We explored topics of discussion from two publicly accessible Web-based parenting communities within the Web forum Reddit. As of April 2018, Reddit is the fifth most popular website in the United States (18th globally), with an average of 274 million unique users per month . Users are typically college-educated males from the United States, aged under 35 years [ , ]. Reddit users can create forums based on topics of interest (called subreddits) to share and discuss related content with other users who subscribe to their own topics of interest to form special interest communities. Communities are self-moderated using an in-built voting system; upvotes increase a post’s visibility, whereas downvotes decrease a post’s visibility. Posts (ie, top-level discussion topics or individual comments in a discussion thread) are generated a total score by subtracting downvotes from upvotes.
There are several distinct subreddits that focus on parenting within Reddit, including r/Parenting (for general discussions on parenting), r/SingleParents (specifically for single parents), and r/Mommit (a place for mothers to discuss parenting). As the motivation of this study was to explore issues in the transition to fatherhood, we focused specifically on the 2 most popular subreddits for fatherhood, including r/Daddit (79,019 subscribers as of April 2018) and r/PreDaddit (17,923 subscribers as of April 2018), which are targeted to new fathers during pregnancy. Using the Reddit application programming interface (the official set of tools that provide third-party software with access to Reddit data), we first downloaded the most recent discussion threads (eg, original posts and their associated comments combined) from both of these subreddits, which are limited to a total of the most 1000 recent posts per subreddit. We then continued to automatically collect all new discussion threads from both of these subreddits over the proceeding 2-week period (March 23, 2018, to April 06, 2018). We also collected additional metadata, including post and comment scores (as voted by users), and anonymous user IDs to track participation across both subreddits by individual users.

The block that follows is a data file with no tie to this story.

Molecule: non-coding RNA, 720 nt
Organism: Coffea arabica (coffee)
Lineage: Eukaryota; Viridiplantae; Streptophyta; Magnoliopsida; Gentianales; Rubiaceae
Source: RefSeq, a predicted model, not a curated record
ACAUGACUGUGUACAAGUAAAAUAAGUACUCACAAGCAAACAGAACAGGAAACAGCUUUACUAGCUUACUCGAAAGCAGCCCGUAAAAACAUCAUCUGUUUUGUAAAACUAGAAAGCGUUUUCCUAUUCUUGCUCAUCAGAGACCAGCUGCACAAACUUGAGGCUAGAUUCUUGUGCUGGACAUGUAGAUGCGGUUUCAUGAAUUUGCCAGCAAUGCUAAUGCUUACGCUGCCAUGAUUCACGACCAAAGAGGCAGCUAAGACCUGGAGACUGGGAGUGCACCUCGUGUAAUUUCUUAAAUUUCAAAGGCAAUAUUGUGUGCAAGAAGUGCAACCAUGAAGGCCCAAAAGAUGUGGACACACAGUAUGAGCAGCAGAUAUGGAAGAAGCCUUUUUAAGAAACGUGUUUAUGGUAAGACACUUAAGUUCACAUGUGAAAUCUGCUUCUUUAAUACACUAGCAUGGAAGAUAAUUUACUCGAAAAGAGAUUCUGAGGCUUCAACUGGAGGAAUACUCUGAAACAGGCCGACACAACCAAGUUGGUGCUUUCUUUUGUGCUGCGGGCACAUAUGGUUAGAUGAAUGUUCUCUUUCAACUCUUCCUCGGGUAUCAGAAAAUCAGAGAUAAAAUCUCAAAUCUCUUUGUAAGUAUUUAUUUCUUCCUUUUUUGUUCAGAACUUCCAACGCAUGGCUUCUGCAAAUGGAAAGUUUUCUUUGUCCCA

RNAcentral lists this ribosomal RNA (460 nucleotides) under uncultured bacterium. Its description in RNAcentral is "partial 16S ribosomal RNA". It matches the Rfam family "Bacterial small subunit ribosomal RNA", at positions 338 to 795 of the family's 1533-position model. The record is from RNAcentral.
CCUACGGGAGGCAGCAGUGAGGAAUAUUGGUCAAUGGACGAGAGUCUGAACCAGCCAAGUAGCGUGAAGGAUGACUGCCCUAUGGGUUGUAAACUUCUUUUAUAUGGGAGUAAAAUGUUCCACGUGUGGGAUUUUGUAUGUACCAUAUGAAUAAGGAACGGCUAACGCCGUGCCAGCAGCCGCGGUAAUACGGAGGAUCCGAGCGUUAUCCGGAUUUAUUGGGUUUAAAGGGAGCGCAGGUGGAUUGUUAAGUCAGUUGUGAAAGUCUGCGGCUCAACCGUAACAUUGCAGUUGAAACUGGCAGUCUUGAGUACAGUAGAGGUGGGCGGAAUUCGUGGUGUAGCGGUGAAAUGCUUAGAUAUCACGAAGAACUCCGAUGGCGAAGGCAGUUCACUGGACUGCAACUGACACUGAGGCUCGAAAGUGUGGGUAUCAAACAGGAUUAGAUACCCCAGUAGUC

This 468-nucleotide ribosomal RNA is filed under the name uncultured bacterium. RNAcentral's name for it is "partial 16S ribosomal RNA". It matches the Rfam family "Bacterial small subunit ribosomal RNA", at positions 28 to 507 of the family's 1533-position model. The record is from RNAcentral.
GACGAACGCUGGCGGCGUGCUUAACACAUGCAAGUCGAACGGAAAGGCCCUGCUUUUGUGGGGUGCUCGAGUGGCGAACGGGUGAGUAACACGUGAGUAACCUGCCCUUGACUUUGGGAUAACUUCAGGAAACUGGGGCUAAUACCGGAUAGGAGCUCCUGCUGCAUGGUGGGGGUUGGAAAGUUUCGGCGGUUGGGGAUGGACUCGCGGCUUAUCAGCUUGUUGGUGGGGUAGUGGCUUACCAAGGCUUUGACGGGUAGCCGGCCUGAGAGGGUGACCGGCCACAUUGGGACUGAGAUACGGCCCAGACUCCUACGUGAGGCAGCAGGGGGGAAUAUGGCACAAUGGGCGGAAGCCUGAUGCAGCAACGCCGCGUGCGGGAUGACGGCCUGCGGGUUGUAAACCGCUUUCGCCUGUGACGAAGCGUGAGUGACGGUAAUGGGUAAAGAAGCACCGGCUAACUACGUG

Several steps were taken to prepare the data for analysis using the Python Natural Language Toolkit (version 3.2.5) and scikit-learn (version 0.19.1). First, original posts and associated comments were grouped together to form single documents for analysis. We then cleaned the data by removing punctuation, stop words, and low- and high-frequency terms, followed by stemming (reducing words with similar meanings to their base form) and tokenization (splitting the posts into individual words while removing most punctuation). Documents with less than 50 total characters remaining were then removed to help improve algorithm accuracy. Finally, each document was vectorized (converting the text-based documents to numerical vectors) using term frequency-inverse document frequency (a method that weighs each word in a document based on the number of times it appears, offset by the number of documents in which that word appears).
Topic modeling was then performed using the machine learning algorithm k-means clustering. The k-means clustering technique is a widely used unsupervised clustering algorithm that can create clusters of documents that are similar to one another and dissimilar from the documents that are in other clusters . One of the primary benefits of clustering techniques is that they are exploratory in nature, in the sense that they do not use predefined labels to group data [ ]. We used the k-means clustering algorithm in sci-kit learn to analyze the discussion content from both subreddits as well as a combined corpus (the entire collection of posts). The clustering was performed for different values of k ranging from 5 to 15. After manually analyzing the results of clustering on each value of k, we settled on 9 clusters as the best value to represent the distinct discussion topics for each subreddit and the combined corpus.